Sam Abell’s renowned career as a documentary photographer has been devoted to distilling the poetic image.
In a fascinating frame-by-frame presentation, Abell deconstructs both his well-known and recent images—all with the idea of examining the idea that there is a clear ‘way’ of making finer photographs.
In addition, he shows that when a small number of such images are gathered into concise essays, it creates a powerful and meaningful way to present one’s work in an age of image over-saturation.
In this illuminating one-hour presentation, Sam shows how both the poetic image and the deeply distilled essay result from high intent, clear vision, and refined editing—elements available to every aspiring photographer.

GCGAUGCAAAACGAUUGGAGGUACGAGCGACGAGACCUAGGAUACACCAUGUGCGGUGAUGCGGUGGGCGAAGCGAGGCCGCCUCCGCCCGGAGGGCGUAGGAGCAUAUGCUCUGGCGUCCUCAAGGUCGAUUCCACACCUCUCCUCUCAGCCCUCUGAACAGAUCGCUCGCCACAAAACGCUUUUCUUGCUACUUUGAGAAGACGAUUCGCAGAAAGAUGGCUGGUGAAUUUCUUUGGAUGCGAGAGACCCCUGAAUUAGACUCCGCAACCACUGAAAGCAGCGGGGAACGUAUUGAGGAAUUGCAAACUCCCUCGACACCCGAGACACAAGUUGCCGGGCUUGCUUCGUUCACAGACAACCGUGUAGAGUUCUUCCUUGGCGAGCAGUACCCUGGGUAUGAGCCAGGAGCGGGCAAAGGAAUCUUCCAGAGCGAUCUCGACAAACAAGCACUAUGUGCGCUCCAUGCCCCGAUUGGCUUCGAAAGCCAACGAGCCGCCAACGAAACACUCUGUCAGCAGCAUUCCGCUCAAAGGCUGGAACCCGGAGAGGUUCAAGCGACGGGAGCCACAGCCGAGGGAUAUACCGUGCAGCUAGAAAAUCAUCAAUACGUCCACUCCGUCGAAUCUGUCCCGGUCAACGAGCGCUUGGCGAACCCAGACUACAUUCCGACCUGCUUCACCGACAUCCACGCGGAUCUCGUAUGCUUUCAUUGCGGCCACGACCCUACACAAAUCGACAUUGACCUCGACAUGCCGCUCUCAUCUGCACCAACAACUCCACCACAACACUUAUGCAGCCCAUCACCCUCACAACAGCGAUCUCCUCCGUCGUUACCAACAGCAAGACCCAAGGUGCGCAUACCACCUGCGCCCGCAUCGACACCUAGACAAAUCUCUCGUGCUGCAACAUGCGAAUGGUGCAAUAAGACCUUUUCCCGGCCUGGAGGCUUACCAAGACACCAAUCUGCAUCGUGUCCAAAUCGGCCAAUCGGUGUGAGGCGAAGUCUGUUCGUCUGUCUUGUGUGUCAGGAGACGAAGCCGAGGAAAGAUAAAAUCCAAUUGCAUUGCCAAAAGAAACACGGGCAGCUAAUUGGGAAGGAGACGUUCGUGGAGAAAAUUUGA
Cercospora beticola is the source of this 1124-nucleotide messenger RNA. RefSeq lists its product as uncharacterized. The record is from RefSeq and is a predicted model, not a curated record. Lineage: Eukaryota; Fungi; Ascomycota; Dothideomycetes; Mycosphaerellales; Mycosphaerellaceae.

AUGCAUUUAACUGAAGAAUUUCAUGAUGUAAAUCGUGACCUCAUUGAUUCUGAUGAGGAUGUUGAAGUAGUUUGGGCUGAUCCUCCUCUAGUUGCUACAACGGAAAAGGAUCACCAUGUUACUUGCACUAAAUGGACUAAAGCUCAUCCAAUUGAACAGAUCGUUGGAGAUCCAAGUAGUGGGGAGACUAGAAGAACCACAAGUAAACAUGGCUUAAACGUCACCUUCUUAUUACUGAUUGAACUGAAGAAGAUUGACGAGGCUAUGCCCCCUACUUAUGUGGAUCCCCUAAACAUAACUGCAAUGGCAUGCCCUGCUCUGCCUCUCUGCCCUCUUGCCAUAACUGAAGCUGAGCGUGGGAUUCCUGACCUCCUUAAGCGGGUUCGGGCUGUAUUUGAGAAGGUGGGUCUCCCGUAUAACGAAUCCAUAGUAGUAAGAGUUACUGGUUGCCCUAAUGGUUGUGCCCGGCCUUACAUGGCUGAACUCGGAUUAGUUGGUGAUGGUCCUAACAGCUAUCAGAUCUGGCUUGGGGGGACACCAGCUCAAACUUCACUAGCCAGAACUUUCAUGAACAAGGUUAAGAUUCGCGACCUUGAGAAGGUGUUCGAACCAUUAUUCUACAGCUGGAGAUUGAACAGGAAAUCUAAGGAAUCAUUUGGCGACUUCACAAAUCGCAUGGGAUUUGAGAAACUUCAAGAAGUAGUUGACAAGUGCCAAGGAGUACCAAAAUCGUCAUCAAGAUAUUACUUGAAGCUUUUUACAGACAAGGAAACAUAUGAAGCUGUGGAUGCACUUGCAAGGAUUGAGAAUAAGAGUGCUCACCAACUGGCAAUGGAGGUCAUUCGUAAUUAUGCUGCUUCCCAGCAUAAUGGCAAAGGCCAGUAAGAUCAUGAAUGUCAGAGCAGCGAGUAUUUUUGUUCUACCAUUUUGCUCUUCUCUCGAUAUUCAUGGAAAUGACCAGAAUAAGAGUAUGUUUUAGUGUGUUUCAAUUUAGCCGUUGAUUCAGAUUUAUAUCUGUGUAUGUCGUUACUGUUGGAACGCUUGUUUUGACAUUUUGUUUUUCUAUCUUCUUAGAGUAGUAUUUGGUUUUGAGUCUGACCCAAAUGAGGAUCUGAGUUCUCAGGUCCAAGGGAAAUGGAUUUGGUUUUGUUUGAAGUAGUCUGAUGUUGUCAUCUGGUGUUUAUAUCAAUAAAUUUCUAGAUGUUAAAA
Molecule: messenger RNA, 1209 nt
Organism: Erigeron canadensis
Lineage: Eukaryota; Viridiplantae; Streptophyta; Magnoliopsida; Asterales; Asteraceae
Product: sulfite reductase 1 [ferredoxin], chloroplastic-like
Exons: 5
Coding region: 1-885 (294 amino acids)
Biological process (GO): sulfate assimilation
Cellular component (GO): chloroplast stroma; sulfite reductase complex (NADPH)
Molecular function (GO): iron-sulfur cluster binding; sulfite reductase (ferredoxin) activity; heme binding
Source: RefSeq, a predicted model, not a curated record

Bio: Sam Abell:
I learned photography from my father, a teacher, at our home in Sylvania, Ohio. After graduating from the University of Kentucky, I worked for National Geographic as a contract and staff photographer for thirty-three years. In 1990, my work was the subject of a one-person exhibition and monograph titled Stay This Moment at the International Center of Photography in New York City. Since then, I have published four additional collections of work: Seeing Gardens; Sam Abell: The Photographic Life; The Life of a Photograph and Sam Abell Library. In addition, I maintain a career as a writer, teacher, and lecturer on photography. *Headshot Tintype by Kari Wehrs.